Bettini M.,Italian Hospital of Buenos Aires |
Vicens J.,Internal Medicine Research Unit |
Giunta D.H.,Internal Medicine Research Unit |
Rugiero M.,Italian Hospital of Buenos Aires |
Cristiano E.,Italian Hospital of Buenos Aires
Amyotrophic Lateral Sclerosis and Frontotemporal Degeneration | Year: 2013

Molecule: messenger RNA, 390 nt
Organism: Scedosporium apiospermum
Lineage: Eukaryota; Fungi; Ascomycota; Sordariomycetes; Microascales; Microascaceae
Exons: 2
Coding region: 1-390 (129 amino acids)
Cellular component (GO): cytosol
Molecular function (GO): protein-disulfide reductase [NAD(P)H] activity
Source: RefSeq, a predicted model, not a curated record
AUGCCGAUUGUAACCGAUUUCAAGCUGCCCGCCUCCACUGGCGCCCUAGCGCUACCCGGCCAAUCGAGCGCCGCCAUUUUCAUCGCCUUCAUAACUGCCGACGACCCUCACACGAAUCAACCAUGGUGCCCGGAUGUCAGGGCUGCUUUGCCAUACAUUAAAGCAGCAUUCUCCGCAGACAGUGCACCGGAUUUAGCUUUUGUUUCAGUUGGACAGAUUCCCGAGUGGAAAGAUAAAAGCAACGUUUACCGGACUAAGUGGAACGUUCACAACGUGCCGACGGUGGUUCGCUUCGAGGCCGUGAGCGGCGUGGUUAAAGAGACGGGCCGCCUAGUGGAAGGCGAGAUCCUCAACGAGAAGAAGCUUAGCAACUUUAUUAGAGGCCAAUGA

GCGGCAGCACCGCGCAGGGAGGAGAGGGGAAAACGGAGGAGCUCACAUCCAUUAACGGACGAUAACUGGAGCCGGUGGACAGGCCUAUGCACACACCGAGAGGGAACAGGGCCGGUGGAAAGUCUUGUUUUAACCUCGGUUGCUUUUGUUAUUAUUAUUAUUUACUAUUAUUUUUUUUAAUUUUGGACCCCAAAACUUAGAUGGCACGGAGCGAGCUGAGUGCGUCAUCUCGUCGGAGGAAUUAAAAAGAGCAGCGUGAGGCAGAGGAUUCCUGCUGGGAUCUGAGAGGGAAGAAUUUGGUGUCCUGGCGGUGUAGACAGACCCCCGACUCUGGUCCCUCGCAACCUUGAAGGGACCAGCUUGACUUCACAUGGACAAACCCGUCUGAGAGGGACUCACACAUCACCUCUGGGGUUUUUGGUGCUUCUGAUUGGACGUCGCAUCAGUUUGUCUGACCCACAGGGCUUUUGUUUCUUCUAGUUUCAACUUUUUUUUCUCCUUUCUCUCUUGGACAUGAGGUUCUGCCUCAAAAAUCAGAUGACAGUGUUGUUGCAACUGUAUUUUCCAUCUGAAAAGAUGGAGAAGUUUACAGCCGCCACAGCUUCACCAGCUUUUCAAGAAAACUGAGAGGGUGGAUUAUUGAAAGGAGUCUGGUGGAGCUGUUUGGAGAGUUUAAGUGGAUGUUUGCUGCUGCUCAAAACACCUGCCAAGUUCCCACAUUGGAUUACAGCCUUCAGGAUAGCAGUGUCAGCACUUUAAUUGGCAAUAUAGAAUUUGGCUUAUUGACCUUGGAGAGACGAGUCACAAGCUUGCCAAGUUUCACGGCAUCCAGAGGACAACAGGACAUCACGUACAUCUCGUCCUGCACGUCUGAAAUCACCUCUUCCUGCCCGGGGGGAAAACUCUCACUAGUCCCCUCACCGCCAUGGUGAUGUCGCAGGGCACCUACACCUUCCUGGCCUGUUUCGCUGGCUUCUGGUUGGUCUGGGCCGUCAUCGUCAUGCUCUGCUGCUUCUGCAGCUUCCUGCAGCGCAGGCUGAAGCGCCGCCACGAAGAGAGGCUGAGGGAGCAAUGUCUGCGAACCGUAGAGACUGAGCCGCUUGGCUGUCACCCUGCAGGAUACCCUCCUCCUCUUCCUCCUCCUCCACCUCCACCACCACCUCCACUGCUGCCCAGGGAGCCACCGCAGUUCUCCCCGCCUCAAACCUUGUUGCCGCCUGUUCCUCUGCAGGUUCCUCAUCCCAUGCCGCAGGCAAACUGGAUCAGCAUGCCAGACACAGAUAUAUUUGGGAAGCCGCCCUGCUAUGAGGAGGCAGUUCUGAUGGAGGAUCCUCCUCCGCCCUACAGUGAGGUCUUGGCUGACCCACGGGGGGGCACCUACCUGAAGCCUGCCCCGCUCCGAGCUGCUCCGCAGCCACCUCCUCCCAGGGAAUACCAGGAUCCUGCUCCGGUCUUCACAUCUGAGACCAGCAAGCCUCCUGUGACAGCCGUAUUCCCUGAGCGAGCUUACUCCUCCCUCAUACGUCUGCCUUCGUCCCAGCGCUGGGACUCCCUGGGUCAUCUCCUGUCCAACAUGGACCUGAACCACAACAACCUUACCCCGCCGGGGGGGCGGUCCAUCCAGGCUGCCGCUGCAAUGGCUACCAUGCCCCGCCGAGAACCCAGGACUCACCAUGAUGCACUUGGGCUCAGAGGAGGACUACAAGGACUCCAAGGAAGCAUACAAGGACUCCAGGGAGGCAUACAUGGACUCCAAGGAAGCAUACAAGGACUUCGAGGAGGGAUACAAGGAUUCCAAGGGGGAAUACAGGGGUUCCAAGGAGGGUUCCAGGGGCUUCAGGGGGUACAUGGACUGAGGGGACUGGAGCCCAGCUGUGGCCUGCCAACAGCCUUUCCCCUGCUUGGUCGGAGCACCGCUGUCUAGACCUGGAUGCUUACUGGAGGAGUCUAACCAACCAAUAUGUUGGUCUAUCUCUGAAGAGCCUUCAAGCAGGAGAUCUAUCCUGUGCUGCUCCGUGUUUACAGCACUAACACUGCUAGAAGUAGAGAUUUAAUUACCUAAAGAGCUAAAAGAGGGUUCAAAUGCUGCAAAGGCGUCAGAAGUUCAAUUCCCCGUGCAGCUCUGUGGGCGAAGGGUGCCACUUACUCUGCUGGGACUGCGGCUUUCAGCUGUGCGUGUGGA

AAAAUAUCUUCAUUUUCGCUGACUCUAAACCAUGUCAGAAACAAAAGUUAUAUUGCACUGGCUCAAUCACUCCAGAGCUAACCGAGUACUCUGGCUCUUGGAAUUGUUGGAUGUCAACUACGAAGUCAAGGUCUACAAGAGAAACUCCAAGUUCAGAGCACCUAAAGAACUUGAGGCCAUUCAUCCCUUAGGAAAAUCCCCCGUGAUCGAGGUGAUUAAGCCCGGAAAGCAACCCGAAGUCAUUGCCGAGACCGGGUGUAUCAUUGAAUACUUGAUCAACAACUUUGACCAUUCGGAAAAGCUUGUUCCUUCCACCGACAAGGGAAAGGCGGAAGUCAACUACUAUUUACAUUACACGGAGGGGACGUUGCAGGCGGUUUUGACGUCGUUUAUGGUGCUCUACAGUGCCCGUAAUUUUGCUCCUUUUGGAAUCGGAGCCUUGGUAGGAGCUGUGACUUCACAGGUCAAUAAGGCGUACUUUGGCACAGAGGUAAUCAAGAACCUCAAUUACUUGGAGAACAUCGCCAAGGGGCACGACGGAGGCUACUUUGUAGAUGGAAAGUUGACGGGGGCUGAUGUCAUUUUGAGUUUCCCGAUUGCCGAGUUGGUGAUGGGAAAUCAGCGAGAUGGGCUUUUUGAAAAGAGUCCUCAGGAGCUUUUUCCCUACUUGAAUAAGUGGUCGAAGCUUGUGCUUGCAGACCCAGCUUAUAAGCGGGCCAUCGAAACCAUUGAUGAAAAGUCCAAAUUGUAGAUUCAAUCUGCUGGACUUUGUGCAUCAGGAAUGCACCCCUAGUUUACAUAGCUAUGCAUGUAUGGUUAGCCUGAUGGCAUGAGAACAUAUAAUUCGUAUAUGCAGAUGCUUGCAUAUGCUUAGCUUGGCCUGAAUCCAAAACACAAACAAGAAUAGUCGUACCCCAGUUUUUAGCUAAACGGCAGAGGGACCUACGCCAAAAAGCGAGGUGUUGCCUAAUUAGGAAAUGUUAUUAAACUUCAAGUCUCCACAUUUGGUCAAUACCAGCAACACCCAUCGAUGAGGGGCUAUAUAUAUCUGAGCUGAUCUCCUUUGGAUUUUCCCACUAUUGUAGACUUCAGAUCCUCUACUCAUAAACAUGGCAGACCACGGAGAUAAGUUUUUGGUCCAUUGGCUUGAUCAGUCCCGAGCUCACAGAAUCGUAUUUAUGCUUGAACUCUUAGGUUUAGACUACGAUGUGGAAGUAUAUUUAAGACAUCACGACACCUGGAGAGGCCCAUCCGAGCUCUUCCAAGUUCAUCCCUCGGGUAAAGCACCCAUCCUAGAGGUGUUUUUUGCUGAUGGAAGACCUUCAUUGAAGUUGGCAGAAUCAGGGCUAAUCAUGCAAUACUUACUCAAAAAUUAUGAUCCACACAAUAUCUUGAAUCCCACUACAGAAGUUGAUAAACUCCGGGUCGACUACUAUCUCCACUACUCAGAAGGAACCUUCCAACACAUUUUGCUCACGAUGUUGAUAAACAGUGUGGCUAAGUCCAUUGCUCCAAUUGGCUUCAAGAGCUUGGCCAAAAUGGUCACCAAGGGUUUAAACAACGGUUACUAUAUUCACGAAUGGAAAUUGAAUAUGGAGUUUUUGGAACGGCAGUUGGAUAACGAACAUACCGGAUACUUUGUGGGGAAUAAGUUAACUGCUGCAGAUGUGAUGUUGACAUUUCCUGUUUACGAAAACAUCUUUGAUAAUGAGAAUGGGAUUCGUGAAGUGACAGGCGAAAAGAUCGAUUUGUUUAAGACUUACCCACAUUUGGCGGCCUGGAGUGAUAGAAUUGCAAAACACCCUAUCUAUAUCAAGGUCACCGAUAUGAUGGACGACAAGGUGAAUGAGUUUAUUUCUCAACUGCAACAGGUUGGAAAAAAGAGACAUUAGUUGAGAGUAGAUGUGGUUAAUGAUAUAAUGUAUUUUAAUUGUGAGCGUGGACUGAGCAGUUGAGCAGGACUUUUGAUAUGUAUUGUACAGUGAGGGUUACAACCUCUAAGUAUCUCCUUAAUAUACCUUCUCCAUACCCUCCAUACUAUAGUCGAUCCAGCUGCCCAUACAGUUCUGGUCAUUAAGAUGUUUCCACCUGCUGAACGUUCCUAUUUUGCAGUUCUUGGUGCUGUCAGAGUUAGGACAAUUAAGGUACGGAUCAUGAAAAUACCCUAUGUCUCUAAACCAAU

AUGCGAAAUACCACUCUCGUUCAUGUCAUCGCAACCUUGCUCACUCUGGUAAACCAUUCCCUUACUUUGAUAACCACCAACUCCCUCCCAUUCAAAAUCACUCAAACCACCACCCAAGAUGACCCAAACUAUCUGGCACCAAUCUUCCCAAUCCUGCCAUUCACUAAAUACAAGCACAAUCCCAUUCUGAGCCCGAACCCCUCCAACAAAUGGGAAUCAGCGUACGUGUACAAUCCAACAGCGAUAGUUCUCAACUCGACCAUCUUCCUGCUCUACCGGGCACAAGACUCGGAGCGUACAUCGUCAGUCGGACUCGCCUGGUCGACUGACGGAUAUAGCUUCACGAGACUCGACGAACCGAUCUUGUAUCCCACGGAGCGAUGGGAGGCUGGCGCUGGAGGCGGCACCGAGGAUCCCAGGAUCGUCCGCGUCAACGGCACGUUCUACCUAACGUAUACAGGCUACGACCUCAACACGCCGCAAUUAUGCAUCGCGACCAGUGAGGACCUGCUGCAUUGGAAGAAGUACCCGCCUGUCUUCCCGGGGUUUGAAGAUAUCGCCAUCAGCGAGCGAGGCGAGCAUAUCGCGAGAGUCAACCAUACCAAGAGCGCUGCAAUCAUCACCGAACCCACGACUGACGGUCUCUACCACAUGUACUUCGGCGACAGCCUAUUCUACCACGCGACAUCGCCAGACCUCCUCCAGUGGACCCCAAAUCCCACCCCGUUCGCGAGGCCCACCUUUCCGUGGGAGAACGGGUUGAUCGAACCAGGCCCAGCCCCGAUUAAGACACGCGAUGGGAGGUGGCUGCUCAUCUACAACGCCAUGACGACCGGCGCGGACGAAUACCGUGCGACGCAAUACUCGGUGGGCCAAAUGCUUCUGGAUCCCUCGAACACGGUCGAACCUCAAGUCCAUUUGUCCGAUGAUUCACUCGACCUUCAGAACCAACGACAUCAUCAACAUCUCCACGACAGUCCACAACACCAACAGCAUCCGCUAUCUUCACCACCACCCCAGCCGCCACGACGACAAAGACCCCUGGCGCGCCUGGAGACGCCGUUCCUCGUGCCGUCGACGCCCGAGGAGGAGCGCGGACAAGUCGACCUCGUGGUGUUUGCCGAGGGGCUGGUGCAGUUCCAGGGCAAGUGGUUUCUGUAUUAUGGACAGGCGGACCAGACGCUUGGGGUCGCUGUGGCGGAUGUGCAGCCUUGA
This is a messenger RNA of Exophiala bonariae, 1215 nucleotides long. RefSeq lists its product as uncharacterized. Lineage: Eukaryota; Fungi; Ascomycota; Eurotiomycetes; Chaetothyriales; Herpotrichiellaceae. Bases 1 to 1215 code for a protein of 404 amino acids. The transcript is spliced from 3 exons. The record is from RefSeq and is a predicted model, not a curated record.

The incidence of amyotrophic lateral sclerosis (ALS) ranges from 1.7 to 2.3 per 100,000 persons worldwide. Few epidemiological studies have been published in Latin America. The aim of this study was to estimate the incidence and prevalence of ALS in an HMO (Health Maintenance Organization) of Buenos Aires, capital city of Argentina. The population studied was affiliates of the Italian Hospital Medical Care Program, whose distribution across age and gender strata is similar to the population of Buenos Aires. Cases were detected from 1 January 2003 to 31 December 2010. Incidence density (ID) and prevalence for ALS were estimated for the whole period and at 31 December 2010, respectively. During the seven-year study period, the crude ID estimated was 3.17 per 100,000 person-years (95% CI 2.24-4.48) and the age-adjusted ID for the Buenos Aires population was 2.23 per 100,000 person-years (95% CI 1.45-3.01). Point prevalence at 31 December 2010 was 8.86 per 100,000 persons (95% CI 4.05-13.68). Mean age at diagnosis was 72.29 years (SD 8.5). In conclusion, estimated age-adjusted ID and prevalence of ALS were similar to the incidence and prevalence rates found in other geographical areas. © 2013 Informa Healthcare.